Residents of Woodlawn, who oppose turning the neighborhood’s shuttered Wadsworth Elementary School into temporary housing for migrants heading to Chicago, have said their already struggling community cannot cope with another influx of people in need.
“While I would love to help immigrants and everyone else, I would love to help myself first,” longtime Woodlawn resident Jean Clark said in early January.
Taylor said his office and residents were initially kept in the dark about the future of the school and the city’s plan to convert it into temporary housing. He said the neighborhood protests should not be seen as anti-immigrant sentiment, but rather residents feeling disrespected by the city’s plan to remodel a school the community had fought to keep open.
Residents also argued that the predominantly black neighborhood does not have the resources to ensure the well-being of immigrants because few people speak Spanish in the area and there are no immigrant organizations in the area that can help them settle in.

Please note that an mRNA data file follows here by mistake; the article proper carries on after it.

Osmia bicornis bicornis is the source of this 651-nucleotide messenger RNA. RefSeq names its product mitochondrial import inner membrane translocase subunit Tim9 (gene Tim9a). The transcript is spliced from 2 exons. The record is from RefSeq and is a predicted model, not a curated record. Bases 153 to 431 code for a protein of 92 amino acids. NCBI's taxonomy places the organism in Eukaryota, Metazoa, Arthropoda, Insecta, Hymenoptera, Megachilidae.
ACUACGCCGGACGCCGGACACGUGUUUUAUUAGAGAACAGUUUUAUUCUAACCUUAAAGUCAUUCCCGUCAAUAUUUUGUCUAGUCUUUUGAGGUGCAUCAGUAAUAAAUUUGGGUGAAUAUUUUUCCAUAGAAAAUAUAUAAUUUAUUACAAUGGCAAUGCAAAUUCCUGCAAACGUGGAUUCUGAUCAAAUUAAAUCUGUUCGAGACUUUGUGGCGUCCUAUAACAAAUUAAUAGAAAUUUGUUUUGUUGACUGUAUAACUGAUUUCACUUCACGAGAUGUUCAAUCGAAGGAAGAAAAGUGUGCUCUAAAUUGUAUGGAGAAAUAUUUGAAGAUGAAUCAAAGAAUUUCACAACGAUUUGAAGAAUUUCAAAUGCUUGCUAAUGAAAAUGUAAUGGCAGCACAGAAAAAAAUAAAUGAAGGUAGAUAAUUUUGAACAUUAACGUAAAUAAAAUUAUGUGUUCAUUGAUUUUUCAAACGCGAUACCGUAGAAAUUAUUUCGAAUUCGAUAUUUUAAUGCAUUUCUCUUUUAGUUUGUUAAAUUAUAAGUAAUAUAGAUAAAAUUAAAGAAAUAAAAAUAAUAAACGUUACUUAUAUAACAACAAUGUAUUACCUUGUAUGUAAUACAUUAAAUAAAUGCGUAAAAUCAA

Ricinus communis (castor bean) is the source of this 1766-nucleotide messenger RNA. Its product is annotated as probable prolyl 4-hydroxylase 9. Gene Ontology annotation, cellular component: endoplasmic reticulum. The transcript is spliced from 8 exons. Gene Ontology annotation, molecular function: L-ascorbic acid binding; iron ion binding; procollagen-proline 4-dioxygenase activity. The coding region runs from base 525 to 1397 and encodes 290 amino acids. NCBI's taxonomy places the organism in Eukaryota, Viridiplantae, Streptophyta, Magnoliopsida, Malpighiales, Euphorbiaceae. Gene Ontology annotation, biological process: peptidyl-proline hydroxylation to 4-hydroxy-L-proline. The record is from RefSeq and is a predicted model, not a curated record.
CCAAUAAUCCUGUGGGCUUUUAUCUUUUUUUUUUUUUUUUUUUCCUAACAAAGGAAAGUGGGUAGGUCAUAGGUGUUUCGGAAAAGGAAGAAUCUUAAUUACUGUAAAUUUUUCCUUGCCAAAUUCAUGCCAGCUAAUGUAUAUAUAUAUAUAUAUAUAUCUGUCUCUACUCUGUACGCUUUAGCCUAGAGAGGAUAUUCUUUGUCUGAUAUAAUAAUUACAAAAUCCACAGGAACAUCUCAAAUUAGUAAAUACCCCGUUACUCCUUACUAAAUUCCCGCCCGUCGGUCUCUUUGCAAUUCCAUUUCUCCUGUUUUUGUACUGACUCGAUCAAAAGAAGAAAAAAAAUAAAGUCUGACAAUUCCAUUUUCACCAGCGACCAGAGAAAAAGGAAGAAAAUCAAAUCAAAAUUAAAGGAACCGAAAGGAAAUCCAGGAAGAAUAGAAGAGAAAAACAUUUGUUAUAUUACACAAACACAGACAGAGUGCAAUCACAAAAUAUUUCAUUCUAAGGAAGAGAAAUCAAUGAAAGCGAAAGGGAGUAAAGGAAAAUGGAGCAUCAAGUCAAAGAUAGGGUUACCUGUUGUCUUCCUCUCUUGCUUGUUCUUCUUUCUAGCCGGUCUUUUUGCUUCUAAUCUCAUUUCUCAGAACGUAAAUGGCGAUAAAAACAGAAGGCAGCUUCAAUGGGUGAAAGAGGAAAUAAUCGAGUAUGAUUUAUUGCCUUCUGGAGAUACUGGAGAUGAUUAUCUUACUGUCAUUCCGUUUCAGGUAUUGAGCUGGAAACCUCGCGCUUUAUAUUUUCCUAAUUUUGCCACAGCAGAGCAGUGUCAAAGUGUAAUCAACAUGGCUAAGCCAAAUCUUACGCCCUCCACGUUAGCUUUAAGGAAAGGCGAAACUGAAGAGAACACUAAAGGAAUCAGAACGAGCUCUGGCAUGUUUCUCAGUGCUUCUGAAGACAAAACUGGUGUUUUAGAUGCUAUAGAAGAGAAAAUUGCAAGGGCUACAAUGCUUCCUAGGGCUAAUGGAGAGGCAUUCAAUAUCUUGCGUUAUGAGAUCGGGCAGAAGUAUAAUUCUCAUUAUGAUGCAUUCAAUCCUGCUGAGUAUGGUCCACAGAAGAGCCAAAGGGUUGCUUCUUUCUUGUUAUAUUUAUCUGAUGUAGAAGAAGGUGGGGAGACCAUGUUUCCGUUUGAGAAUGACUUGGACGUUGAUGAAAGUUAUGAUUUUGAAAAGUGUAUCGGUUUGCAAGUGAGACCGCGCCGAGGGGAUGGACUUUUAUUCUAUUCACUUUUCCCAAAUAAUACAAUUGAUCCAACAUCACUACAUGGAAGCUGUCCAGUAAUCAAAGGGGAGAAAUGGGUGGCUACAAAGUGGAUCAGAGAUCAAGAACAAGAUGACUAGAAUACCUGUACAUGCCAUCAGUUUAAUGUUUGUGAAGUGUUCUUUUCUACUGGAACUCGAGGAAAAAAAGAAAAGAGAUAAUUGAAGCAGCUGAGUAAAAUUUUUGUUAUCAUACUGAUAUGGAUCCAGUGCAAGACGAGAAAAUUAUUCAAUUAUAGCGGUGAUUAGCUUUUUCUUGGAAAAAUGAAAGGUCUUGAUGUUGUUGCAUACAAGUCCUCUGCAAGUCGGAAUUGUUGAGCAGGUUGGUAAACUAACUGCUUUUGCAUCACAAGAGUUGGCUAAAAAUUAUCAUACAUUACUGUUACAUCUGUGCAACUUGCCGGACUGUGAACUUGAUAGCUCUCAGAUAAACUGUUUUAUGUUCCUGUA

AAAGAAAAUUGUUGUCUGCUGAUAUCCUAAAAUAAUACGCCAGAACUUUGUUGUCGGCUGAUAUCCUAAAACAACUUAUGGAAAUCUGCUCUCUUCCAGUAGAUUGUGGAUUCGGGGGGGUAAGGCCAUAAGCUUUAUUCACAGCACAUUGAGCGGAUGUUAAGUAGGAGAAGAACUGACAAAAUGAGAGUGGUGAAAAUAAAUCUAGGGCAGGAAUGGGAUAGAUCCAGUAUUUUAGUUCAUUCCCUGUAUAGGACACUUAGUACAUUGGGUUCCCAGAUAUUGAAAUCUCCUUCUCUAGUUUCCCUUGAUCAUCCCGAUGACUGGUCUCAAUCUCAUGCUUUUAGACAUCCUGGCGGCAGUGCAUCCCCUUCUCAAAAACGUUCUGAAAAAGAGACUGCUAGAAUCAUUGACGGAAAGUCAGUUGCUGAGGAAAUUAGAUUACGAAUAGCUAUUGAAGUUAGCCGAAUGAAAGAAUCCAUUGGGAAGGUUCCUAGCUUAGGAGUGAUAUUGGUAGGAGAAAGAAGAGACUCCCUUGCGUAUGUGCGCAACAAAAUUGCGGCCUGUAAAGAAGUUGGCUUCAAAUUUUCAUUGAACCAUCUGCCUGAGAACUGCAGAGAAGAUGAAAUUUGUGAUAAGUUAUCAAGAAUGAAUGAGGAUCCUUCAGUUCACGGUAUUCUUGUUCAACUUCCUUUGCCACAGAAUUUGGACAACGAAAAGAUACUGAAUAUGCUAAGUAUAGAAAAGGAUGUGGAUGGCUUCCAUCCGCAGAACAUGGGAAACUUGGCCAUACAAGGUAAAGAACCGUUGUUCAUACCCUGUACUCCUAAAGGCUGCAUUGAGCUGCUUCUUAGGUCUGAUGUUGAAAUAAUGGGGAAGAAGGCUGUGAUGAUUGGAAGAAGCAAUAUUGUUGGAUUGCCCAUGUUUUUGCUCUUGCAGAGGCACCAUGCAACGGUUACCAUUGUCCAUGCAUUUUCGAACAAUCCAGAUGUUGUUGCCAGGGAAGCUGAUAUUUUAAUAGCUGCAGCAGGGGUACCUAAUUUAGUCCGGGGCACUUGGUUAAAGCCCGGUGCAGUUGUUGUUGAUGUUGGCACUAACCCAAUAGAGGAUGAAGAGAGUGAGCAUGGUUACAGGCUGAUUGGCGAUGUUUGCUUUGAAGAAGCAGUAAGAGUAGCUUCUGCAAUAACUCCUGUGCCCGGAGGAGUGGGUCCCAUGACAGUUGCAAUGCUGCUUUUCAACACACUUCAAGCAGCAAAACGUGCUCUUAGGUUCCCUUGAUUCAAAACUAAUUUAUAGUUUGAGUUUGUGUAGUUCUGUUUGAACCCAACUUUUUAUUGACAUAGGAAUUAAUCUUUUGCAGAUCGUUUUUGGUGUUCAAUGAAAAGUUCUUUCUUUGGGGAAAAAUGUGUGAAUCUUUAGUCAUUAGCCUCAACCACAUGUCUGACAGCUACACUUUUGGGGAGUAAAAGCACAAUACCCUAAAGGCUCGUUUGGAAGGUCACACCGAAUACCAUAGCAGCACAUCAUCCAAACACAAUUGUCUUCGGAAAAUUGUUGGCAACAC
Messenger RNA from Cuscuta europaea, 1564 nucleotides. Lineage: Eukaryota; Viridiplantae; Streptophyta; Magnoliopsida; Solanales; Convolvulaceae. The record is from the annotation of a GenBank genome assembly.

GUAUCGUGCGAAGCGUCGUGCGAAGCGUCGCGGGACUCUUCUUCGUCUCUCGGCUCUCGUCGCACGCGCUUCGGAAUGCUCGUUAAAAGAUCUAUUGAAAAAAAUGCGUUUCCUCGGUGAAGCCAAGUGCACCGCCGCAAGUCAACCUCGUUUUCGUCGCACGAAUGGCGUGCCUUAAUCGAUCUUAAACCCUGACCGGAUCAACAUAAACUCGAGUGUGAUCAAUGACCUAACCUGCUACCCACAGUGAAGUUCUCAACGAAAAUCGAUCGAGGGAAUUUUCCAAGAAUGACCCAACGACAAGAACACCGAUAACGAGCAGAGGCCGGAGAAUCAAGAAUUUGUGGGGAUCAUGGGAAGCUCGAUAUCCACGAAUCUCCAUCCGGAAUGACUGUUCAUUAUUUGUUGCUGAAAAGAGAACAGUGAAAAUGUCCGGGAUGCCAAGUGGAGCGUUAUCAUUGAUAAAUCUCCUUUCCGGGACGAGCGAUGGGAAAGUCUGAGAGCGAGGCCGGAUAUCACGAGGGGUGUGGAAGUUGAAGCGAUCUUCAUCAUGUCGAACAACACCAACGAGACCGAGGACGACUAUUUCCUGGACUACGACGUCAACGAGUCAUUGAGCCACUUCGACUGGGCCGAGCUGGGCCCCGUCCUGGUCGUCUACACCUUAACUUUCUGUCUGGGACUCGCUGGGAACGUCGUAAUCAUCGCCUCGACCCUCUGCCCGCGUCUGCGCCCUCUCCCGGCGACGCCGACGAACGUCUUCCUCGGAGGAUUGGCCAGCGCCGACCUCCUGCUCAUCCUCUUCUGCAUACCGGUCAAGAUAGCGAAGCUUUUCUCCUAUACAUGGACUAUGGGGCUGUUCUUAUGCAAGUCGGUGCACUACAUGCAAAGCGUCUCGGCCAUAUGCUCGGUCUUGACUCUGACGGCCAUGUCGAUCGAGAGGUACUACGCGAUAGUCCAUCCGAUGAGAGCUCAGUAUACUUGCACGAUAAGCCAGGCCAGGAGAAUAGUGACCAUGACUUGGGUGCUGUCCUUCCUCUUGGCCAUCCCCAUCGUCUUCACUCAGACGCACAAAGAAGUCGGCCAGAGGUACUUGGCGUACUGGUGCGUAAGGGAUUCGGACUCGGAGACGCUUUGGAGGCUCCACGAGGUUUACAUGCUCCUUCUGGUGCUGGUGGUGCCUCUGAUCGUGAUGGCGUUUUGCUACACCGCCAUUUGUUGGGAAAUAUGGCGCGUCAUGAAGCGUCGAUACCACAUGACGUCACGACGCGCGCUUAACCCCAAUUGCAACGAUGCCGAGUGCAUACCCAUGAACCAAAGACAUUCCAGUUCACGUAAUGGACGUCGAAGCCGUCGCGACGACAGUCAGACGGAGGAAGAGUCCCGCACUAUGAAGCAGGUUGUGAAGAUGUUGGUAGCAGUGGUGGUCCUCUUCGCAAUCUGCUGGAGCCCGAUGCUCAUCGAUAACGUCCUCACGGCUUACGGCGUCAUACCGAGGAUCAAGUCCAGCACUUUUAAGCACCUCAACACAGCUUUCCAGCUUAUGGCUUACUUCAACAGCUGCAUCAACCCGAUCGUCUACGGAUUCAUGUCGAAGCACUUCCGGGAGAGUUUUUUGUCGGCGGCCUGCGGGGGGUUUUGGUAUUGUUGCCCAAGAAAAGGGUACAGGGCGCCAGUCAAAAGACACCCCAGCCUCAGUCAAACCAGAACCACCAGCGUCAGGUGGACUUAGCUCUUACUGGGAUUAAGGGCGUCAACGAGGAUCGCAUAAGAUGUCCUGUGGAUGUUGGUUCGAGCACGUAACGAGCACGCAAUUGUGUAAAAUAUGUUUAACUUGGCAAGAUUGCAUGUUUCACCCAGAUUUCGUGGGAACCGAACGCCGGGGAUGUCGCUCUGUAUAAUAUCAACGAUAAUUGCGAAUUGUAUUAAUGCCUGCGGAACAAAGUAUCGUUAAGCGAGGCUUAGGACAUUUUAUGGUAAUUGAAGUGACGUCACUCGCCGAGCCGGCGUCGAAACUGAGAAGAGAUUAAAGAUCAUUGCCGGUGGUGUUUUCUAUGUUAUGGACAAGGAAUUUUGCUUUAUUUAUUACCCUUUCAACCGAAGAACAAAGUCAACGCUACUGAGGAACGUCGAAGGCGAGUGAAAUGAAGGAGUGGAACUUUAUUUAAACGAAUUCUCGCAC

During a community meeting on Saturday, Brandi Nazz, commissioner of the Department of Family and Support Services, responded to concerns raised by residents. He said no resources were diverted from the community or other programs to help the migrants.
“This is a state of emergency,” she said. “We are trying to ensure that residents are treated with dignity and respect and that they have a safe place to stay while they figure out their next destination.”
Kerwin Spratt, a longtime resident who was driving by the school, said he did not agree with the city’s decision because of the “improper allocation of resources”.
“They’re going to provide three meals a day and a computer lab. A lot of schools here don’t have that,” Spratt said. “Senior homes – no one is giving them three meals a day.”
Jenny Newsome, who lives in the Kenneth Campbell Apartments for seniors across the street from Wadsworth, agreed with her neighbors and said the former school would not be a good home for migrants.